Since it first came into widespread use, the Internet has been an invaluable tool as well as a liability. Few could have predicted just how vast the Internet would become and what impact it would have on individuals, businesses and governments.
From a law enforcement perspective, the web is seen as yet another “beat” to be patrolled and monitored for illegal activity, with a specialized focus on preventing sex crimes against children. There is little doubt that the internet has made it far easier for certain individuals to procure and disseminate child pornography, to solicit minors and to commit other sex offenses. But to some degree, the criminal activities allegedly being committed online are seemingly facilitated or instigated by law enforcement agencies.
It is common for state and federal law enforcement agencies to conduct “stings” online in order to catch would-be sex offenders. This includes adult officers posing as minors in chat rooms or offering illegal sex services on websites like Backpage.com. They may also try to infiltrate child pornography rings, claiming to have images and videos to trade.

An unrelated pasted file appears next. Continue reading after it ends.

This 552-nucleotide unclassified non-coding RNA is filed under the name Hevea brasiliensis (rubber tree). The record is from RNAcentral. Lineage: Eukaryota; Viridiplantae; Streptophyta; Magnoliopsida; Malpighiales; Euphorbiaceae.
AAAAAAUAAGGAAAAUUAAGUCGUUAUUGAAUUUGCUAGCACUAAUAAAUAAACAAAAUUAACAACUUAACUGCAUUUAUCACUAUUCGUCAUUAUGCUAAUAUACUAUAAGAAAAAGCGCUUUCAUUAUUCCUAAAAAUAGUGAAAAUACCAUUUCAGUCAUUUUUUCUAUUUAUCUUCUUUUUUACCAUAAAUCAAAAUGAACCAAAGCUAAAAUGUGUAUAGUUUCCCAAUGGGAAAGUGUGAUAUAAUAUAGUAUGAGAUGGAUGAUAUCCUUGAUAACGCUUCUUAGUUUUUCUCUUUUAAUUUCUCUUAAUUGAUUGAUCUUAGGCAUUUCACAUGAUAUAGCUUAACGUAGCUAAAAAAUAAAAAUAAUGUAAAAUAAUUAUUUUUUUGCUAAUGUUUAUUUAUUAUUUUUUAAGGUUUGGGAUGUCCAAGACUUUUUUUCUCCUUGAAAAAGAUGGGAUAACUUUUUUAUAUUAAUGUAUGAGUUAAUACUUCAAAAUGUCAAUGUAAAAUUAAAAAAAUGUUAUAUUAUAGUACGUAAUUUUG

In many cases, these law enforcement actions are perfectly legal. But there is an important difference between a sting operation and entrapment. The latter occurs when a suspect would probably not have sought out or engaged in Internet sex crimes if they had not been approached by undercover officers or agents.
At Buting, Williams & Stilling, S.C., our attorneys understand that alleged Internet sex crimes are rarely a black-and-white issue. There are many shades of gray. We work hard to defend our Wisconsin clients against all charges, including and especially those that were likely the result of law enforcement entrapment.
If you have been charged with Internet sex crimes, it is important to seek legal help right away in order to protect your rights and minimize the impact of criminal charges or a conviction. If you want to learn more, please visit the Internet sex crimes defense page on our website.